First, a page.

WORLD MALARIA DAY

War on malaria to get Sh62 billion

Five-year programme will cover eight worst-hit counties, vaccine part of strategy

In Summary

•It will focus on Baringo, Busia, Kisumu, Laikipia, Migori, Nyandarua, Nyeri and Siaya counties

•USAID will contribute Sh2.5 billion, says malaria was once widespread in the US but has been eliminated.

 

Siaya Governor Cornell Rasanga and HEALTH CAS Rashid Amanda in Siaya on Thursday for World Malaria Day.
WAR ON MALARIA: Siaya Governor Cornell Rasanga and HEALTH CAS Rashid Amanda in Siaya on Thursday for World Malaria Day.
Image: LAMECK BARAZA

The government will spend Sh62 billion to fight malaria over five years in the eight worst-affected counties.

They are Baringo, Busia,  Kisumu, Laikipia, Migori, Nyandarua, Nyeri, Siaya.

USAID will add Sh3.5 billion.

 

The sums and strategy were announced on Thursday, World Malaria Day, in Siaya.

Health CS Rashid Amanda said the state initially will focus on eliminating mosquito-breeding areas in water bodies.

Community health workers will provide primary health services to implement the program.

“We have been giving priority to the distribution of nets, spraying and bush-clearing as a strategy to eliminate malaria," Amanda said.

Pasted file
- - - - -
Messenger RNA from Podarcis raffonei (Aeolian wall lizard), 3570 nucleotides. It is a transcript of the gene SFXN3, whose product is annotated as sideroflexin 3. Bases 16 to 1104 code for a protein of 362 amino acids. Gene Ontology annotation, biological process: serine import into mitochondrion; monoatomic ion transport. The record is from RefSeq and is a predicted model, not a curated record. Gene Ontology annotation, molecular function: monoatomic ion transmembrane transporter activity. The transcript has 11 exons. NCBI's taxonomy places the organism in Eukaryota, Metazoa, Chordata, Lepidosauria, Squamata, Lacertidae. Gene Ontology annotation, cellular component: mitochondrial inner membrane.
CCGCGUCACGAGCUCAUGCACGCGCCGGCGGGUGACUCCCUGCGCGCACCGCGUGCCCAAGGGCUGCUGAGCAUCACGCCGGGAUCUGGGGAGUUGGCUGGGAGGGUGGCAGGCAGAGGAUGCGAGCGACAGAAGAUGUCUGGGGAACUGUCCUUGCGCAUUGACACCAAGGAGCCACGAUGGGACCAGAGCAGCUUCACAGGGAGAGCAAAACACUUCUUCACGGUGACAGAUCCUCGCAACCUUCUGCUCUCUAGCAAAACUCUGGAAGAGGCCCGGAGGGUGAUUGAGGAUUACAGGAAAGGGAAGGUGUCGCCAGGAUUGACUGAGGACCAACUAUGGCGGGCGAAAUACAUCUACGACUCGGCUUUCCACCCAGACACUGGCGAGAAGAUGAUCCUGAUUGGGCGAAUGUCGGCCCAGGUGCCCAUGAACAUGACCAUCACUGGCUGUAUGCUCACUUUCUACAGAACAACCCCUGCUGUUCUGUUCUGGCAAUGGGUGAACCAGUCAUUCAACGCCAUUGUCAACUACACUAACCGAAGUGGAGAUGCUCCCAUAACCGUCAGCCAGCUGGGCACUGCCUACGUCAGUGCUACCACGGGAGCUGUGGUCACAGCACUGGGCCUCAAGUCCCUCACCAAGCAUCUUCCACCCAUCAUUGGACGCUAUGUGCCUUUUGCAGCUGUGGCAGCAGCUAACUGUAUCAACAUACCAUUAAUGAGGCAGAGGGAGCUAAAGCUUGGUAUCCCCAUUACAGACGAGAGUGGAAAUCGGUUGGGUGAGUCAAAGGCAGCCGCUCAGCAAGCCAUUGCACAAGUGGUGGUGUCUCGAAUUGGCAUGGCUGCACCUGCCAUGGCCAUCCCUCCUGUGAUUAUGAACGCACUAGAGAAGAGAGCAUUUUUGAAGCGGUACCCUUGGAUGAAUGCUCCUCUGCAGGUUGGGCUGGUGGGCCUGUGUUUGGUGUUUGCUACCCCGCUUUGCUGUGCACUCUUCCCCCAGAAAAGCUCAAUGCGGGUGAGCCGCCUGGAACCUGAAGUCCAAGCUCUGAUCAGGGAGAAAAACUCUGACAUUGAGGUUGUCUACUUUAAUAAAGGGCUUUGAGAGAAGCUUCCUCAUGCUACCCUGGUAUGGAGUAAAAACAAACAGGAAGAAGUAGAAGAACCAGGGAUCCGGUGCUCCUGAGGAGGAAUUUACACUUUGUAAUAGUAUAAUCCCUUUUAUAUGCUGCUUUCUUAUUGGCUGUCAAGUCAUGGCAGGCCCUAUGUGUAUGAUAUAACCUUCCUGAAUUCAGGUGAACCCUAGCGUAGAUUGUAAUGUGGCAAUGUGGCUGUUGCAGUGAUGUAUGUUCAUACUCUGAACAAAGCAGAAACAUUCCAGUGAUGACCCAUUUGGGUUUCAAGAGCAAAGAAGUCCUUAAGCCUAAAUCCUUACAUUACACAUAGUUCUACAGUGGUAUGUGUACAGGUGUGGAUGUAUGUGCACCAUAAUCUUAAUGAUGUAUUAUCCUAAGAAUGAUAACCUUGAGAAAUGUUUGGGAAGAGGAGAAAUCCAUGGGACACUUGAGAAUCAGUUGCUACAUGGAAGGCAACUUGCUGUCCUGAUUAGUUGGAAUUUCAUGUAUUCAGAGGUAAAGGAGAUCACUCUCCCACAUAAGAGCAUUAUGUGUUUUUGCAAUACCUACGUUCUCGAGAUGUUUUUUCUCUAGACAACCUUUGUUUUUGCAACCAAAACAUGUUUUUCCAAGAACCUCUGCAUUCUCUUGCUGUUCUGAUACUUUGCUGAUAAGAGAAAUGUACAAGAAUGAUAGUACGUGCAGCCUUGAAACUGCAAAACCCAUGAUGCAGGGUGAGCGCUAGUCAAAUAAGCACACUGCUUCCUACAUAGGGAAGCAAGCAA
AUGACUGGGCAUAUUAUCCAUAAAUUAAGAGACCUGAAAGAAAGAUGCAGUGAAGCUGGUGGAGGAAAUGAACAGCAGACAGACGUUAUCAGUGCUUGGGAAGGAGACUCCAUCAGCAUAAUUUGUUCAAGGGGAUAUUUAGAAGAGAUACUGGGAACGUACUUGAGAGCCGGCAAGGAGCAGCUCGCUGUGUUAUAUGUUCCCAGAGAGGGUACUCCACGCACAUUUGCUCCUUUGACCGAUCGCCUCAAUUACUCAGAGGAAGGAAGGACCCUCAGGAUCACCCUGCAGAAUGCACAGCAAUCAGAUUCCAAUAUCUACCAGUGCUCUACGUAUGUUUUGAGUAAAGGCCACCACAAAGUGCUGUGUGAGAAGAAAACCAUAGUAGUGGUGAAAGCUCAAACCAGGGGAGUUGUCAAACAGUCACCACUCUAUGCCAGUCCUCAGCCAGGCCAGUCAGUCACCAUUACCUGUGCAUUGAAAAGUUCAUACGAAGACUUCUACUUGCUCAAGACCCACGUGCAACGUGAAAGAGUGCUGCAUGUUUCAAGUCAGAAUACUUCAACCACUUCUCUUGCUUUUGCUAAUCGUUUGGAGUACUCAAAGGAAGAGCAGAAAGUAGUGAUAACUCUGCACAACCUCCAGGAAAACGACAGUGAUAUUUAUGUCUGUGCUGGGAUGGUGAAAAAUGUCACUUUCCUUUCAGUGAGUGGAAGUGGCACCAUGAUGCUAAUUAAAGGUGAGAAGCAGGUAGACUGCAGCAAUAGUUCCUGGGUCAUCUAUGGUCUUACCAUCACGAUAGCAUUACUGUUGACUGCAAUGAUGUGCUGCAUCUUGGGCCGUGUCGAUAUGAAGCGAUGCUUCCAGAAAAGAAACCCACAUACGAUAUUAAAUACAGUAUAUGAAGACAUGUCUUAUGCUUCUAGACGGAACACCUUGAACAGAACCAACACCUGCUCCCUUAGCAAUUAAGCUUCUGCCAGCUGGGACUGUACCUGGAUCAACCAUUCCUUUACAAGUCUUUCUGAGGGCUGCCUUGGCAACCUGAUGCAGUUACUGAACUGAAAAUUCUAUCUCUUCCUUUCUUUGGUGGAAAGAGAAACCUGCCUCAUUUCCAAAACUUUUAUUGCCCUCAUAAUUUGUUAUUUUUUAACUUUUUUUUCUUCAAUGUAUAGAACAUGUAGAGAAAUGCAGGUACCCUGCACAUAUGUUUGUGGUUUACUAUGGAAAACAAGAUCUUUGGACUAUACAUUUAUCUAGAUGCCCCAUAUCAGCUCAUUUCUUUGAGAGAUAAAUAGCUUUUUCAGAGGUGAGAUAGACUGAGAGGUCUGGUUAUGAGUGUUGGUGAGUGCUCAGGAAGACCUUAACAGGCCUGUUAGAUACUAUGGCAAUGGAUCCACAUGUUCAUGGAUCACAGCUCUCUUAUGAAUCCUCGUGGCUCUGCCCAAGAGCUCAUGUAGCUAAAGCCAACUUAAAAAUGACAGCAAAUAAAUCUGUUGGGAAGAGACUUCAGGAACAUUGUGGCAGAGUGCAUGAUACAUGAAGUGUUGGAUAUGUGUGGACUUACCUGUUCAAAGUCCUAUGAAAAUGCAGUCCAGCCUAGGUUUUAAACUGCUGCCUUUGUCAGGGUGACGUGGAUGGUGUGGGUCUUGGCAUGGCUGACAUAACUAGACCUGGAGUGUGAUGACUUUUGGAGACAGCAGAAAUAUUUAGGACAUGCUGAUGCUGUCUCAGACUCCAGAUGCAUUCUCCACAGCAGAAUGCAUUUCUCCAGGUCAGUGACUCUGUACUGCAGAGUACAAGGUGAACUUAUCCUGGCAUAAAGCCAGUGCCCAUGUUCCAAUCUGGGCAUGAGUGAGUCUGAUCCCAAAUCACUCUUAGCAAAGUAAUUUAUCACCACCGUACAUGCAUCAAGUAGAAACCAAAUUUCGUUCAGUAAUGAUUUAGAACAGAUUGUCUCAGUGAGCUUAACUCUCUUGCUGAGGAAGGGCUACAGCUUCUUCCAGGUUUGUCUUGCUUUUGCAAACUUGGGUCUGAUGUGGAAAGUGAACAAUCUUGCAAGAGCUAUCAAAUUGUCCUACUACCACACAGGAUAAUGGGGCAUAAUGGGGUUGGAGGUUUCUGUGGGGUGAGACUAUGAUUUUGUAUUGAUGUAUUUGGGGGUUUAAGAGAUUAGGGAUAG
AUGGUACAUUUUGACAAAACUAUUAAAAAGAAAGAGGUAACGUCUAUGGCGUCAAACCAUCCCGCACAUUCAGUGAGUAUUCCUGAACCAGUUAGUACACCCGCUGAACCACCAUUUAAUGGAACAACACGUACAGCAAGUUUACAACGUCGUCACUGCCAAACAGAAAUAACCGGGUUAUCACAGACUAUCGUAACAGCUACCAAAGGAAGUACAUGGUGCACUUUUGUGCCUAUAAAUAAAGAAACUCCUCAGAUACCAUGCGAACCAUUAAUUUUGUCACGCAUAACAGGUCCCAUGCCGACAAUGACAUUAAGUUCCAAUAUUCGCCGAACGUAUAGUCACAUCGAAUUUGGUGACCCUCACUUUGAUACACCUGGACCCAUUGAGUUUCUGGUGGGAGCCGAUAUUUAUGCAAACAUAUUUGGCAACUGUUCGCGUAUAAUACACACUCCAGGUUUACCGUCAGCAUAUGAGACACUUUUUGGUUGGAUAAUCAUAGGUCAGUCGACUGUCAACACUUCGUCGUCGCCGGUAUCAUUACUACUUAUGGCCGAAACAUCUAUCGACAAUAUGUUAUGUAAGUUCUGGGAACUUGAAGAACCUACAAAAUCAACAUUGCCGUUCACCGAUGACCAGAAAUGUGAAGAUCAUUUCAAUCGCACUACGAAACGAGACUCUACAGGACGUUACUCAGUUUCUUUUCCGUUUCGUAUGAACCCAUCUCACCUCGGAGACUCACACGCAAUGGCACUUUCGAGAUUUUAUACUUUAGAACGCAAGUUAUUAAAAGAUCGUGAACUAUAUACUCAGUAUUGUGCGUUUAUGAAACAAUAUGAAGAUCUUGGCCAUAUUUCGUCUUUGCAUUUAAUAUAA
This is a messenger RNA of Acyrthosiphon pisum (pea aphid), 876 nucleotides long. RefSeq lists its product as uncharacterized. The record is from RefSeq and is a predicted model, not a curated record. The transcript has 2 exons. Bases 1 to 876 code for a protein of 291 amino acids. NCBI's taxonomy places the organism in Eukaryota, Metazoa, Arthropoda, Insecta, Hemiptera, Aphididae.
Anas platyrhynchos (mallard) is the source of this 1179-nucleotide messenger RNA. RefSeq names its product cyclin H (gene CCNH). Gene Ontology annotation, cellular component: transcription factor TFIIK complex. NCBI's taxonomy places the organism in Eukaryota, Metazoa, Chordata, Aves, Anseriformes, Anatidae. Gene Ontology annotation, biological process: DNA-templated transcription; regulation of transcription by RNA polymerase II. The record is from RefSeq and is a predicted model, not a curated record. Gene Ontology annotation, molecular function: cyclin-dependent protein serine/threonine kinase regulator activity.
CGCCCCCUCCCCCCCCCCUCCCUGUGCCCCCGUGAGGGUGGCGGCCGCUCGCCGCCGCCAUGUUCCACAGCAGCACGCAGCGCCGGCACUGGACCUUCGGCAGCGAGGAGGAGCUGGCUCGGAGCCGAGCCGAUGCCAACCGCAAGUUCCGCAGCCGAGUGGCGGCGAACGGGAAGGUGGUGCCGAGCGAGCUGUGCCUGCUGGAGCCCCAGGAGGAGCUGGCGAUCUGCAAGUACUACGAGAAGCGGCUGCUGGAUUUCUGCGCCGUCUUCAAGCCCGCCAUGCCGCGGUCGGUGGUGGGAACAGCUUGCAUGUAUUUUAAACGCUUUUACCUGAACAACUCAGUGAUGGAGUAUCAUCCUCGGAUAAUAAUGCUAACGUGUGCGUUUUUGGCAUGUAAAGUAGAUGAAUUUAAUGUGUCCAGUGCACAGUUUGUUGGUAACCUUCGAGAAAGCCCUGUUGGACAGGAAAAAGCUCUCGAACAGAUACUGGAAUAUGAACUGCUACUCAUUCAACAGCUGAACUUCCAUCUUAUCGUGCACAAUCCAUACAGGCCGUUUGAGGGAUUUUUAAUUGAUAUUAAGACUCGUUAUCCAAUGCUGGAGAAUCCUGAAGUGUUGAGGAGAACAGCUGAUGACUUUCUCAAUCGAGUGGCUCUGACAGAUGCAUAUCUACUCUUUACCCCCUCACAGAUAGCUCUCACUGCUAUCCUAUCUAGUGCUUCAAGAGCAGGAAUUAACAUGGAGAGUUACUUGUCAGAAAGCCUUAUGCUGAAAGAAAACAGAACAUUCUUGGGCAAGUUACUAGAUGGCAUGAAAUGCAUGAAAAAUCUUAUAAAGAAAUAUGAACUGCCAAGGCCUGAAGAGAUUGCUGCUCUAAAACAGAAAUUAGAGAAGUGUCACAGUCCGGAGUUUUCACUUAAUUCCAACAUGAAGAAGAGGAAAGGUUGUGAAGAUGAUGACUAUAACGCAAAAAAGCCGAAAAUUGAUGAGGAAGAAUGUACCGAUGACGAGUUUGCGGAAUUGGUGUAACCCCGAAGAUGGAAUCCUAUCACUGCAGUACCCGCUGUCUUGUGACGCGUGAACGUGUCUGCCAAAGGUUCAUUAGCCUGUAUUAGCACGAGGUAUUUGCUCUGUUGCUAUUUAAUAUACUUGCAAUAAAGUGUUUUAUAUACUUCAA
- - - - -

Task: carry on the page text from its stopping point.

"But going forward we will attack the insects at the larval stage and use the new vaccine.:

The world's first malaria vaccine for small children has been successfully piloted in Malawi. It will also be piloted in Kenya and 
Gana.

It requires four doses and is 4 per cent effective against most cases, 30 per cent against the most severe cases.

Amanda said the malaria vaccine trial had been carried out in Siaya and will be formally launched in two or three months. He said it will help eliminate malaria among children aged five years and below.

It is to be used along with other approaches, including treated bednets and indoor spraying.

He said the goal is to reduce malaria deaths and the spread of malaria from 27 to 6 per cent.

“We will engage in the war against malaria by embracing a multi-sectoral approach and use all means possible," the CAS said.

He said counties should invest heavily in their health departments.

Amanda was accompanied by USAID deputy mission director for East Africa Patrick Wilson. He said the US was committed to helping eradicate malaria and would contribute Sh3.5 billion.

“It’s regrettable that 53 years after Independence 70 per cent of Kenyans are still at risk of contracting malaria,” Wilson said.

He promised that the vision of a malaria-free county is achievable, saying there used to be malaria in the United States but it has been eliminated.

“Even in Washington, DC, areas that were heavily infected by malaria were eradicated within a short time. The US government will not tire to pump resources towards eliminating it in Kenya," Wilson said.

He urged Kenya to measure its successes and problems to see where it can be improved. It must be self-sustaining, he said.

Siaya governor Cornell Rasanga asked the national government to extend residual spraying.

He said some people fail to use of mosquitos to protect themselves and instead use them as fish nets.

(Edited by V. Graham)